As tends to happen when famous people are very ill (and even when they're not), Twitter killed Joe Frazier last night. It just takes one person jumping the gun, or one person misinterpreting another's tribute. A retweet here, a failure to wait for a legitimate source there, and the deed is done. The problem with Twitter is that we assume other people know things we don't; the reality is, nobody knows anything.
But it's Twitter, and the knock on it has always come from people who don't understand that you need to run it through your own bullshit detector. The very first non-Twitter report of Frazier's death came from Australian newspaper The West Australian, which shows why it's earned the nickname "Worst Australian." The byline belongs to Neil Devey and AAP, and it's just a lede referring to "reports from America" that Frazier has died atop a wire service writeup of his illness. Basically, Neil Devey saw on Twitter that Frazier was dead, wrote a sentence citing "reports," and published. He probably assumed, with Frazier's health as poor as it is, that he had a pretty good chance of being right and being first. This fed Twitter anew; now it had something to link to.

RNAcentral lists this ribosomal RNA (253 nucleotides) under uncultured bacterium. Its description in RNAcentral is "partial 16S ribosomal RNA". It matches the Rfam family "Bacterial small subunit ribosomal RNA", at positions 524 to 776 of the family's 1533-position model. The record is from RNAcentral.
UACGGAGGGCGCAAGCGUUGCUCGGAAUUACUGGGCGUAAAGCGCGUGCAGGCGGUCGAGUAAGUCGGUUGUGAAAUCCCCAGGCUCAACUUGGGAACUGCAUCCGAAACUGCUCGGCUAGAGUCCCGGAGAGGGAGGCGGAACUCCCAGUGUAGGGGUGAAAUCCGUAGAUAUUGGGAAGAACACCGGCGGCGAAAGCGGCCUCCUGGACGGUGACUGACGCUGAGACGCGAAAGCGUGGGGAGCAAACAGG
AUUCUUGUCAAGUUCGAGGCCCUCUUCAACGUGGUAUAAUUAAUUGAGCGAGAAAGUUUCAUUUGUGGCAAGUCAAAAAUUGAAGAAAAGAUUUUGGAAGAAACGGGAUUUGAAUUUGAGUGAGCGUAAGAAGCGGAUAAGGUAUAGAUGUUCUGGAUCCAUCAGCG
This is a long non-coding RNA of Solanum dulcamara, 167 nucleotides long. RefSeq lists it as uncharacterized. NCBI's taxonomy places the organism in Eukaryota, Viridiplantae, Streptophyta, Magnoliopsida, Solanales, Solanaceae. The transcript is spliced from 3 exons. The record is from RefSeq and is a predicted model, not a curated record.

Of course Frazier is still alive, and after a statement refuting the death rumors was released, The West Australian made their story disappear. Oh well, memento mori. Erroneous death reports are never actually wrong; they're just premature.